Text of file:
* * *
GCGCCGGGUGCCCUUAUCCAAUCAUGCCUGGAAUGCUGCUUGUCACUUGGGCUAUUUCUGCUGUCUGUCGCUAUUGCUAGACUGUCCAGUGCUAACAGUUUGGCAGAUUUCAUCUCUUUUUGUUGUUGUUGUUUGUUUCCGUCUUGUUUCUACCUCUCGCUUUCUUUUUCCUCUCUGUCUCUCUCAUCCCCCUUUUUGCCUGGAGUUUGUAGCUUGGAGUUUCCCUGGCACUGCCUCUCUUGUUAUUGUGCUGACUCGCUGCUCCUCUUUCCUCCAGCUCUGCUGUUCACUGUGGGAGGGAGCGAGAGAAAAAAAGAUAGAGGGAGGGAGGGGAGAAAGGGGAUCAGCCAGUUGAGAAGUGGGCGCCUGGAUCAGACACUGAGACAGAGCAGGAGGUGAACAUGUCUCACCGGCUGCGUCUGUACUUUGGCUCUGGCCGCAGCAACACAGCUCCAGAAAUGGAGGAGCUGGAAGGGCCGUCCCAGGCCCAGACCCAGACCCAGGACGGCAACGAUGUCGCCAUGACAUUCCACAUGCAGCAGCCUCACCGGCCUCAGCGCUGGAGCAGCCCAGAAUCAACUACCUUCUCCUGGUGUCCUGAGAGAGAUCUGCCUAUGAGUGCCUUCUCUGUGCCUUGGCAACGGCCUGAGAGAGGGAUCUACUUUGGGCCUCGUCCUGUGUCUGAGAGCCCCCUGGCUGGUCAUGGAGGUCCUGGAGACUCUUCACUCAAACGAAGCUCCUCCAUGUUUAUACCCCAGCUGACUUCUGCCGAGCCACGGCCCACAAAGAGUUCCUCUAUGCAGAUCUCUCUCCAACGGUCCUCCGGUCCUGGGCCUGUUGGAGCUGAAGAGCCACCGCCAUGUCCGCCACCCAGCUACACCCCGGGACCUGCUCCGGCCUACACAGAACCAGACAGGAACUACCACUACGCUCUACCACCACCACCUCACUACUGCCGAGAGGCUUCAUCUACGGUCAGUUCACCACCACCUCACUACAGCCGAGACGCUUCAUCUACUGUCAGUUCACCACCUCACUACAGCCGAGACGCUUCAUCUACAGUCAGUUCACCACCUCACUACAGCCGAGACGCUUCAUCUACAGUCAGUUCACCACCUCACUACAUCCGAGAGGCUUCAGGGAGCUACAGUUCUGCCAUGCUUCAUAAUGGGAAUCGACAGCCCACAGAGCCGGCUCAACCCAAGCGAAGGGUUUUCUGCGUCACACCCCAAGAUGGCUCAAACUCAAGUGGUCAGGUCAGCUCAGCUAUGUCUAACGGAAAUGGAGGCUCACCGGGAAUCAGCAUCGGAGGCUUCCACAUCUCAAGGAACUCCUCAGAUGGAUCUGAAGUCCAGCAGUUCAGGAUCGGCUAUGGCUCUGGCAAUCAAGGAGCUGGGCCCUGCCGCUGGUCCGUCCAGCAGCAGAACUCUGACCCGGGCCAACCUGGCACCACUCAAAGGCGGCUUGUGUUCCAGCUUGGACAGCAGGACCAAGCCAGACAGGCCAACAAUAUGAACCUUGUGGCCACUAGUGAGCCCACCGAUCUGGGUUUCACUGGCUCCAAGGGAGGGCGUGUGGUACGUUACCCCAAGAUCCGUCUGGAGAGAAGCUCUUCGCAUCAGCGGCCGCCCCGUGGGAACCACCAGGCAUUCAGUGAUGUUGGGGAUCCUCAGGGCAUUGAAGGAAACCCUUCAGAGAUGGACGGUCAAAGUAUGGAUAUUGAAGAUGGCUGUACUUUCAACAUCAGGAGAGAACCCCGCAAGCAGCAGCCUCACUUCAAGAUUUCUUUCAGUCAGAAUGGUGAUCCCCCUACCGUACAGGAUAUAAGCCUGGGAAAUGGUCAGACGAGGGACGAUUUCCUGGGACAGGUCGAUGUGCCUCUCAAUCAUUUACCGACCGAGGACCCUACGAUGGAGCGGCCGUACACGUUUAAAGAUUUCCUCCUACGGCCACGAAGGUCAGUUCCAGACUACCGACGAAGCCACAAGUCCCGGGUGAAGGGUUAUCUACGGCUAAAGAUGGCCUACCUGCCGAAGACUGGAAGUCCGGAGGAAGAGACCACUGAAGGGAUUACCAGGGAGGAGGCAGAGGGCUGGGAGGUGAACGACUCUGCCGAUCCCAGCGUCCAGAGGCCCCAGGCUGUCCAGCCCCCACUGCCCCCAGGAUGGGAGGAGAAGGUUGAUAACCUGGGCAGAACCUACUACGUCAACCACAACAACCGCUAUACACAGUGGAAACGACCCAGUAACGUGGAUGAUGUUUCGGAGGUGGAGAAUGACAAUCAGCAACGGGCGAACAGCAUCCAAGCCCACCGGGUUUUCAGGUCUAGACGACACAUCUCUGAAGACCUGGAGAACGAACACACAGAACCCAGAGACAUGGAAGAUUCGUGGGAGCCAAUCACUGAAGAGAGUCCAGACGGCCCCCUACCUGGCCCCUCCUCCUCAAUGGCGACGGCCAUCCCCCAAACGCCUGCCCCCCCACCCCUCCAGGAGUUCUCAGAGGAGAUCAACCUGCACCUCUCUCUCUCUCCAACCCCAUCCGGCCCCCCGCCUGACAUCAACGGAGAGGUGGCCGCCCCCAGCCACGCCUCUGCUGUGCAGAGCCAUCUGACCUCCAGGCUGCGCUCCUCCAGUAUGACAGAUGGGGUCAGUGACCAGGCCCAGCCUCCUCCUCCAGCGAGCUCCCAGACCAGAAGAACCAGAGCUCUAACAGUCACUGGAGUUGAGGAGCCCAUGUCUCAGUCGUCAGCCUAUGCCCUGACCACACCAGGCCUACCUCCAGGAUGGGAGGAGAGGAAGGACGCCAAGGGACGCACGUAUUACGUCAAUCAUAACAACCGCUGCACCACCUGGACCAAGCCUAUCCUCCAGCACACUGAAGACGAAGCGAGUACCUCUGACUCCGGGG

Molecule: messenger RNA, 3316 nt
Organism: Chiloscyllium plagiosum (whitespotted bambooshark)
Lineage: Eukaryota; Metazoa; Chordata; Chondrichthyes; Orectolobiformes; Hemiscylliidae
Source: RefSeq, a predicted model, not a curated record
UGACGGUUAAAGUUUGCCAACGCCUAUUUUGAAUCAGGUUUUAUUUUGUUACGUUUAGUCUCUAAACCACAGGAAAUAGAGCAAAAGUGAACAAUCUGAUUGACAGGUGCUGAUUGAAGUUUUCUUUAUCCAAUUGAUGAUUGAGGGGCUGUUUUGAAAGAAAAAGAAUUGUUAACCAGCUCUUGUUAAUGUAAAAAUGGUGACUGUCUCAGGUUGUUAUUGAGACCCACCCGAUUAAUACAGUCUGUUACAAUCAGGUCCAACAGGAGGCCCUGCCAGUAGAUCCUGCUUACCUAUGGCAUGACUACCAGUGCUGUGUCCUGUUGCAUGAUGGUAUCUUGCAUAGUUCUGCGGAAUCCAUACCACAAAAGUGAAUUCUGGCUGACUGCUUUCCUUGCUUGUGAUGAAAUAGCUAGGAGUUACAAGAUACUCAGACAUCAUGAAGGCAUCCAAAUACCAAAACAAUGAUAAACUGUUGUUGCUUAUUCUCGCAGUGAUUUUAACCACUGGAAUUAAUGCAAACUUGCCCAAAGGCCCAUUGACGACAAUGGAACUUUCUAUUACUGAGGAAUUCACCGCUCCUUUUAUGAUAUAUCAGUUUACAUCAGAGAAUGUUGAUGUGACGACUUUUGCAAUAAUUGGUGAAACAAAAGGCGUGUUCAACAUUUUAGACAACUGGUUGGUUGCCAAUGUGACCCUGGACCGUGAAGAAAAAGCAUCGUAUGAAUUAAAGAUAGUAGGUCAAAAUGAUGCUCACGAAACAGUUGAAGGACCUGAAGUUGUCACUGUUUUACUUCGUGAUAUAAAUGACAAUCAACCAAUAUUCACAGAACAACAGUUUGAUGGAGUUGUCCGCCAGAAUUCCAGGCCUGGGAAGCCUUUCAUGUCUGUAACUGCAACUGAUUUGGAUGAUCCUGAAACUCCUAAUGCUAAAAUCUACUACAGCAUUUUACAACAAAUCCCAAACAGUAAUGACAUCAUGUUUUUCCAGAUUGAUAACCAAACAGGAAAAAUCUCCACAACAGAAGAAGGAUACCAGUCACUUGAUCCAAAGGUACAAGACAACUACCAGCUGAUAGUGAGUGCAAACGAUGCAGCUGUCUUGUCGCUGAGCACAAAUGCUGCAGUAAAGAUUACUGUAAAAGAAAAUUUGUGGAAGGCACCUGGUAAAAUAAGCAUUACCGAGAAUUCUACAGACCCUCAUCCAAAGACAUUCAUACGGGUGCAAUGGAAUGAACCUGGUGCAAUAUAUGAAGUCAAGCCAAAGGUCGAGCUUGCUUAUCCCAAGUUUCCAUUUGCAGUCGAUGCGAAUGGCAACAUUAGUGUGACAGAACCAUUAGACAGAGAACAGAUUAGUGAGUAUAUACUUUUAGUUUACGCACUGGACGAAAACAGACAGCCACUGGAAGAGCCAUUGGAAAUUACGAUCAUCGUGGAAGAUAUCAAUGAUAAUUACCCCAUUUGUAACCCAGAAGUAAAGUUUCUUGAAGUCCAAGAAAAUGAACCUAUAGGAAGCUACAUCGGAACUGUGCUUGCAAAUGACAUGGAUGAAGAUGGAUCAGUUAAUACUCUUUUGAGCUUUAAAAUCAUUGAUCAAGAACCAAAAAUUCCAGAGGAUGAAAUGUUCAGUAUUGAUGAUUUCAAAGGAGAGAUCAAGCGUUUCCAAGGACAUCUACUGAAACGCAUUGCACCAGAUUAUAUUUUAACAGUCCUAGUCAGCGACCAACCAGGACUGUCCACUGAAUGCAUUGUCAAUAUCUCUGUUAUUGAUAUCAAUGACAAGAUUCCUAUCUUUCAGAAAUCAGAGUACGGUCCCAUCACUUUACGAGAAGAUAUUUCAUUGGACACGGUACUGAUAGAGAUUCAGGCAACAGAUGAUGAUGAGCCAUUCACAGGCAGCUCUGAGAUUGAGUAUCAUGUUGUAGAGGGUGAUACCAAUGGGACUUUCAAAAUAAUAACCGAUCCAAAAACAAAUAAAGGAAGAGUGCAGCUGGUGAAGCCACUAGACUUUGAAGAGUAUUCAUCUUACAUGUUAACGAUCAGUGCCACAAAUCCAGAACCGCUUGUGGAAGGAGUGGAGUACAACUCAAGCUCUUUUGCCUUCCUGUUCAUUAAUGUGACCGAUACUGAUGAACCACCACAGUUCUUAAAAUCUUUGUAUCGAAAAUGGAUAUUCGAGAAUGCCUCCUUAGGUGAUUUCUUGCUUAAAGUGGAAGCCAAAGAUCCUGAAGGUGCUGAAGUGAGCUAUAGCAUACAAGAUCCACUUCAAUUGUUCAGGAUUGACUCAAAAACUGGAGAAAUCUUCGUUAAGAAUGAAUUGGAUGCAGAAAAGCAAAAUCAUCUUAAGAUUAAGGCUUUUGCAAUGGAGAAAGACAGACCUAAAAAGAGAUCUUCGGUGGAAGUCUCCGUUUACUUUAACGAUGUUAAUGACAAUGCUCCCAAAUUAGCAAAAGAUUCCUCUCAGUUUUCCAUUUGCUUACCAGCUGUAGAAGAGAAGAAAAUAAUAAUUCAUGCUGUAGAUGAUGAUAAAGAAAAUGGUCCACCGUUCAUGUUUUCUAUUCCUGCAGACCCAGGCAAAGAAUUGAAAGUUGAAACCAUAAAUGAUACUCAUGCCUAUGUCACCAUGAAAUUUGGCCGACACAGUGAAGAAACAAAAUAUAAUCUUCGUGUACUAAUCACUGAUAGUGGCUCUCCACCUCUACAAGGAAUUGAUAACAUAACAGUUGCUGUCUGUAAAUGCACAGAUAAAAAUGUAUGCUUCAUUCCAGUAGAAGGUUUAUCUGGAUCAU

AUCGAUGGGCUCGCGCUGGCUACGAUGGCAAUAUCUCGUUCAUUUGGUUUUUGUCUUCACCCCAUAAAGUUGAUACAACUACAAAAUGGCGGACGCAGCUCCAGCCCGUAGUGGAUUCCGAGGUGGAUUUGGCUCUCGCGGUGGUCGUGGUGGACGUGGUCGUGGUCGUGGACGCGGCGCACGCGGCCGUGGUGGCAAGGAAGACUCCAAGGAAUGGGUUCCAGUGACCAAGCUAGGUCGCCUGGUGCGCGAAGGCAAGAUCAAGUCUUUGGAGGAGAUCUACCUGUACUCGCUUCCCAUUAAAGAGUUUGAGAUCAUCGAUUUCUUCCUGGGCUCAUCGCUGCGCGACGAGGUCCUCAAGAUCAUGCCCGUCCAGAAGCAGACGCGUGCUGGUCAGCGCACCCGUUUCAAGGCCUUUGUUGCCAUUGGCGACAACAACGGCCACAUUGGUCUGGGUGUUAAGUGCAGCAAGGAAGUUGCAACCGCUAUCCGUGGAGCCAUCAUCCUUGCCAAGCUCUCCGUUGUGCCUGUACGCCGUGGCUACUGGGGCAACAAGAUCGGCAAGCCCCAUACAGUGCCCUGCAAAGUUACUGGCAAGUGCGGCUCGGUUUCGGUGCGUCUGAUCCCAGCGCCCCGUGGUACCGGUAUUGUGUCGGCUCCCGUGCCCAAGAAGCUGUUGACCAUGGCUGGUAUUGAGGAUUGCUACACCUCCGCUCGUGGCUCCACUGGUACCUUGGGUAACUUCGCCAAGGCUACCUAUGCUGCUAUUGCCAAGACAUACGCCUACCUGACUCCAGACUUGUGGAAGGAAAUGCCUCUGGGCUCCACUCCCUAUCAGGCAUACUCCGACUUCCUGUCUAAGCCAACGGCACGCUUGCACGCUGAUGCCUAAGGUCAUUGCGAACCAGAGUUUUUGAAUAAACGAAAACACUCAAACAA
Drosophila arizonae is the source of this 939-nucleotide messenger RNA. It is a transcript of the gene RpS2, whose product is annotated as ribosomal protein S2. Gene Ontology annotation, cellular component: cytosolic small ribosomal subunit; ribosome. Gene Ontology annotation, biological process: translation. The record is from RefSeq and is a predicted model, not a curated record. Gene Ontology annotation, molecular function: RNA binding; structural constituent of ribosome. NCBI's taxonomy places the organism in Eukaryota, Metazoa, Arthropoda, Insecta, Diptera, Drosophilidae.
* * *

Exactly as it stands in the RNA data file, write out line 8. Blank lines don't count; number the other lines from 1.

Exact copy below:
Drosophila arizonae is the source of this 939-nucleotide messenger RNA. It is a transcript of the gene RpS2, whose product is annotated as ribosomal protein S2. Gene Ontology annotation, cellular component: cytosolic small ribosomal subunit; ribosome. Gene Ontology annotation, biological process: translation. The record is from RefSeq and is a predicted model, not a curated record. Gene Ontology annotation, molecular function: RNA binding; structural constituent of ribosome. NCBI's taxonomy places the organism in Eukaryota, Metazoa, Arthropoda, Insecta, Diptera, Drosophilidae.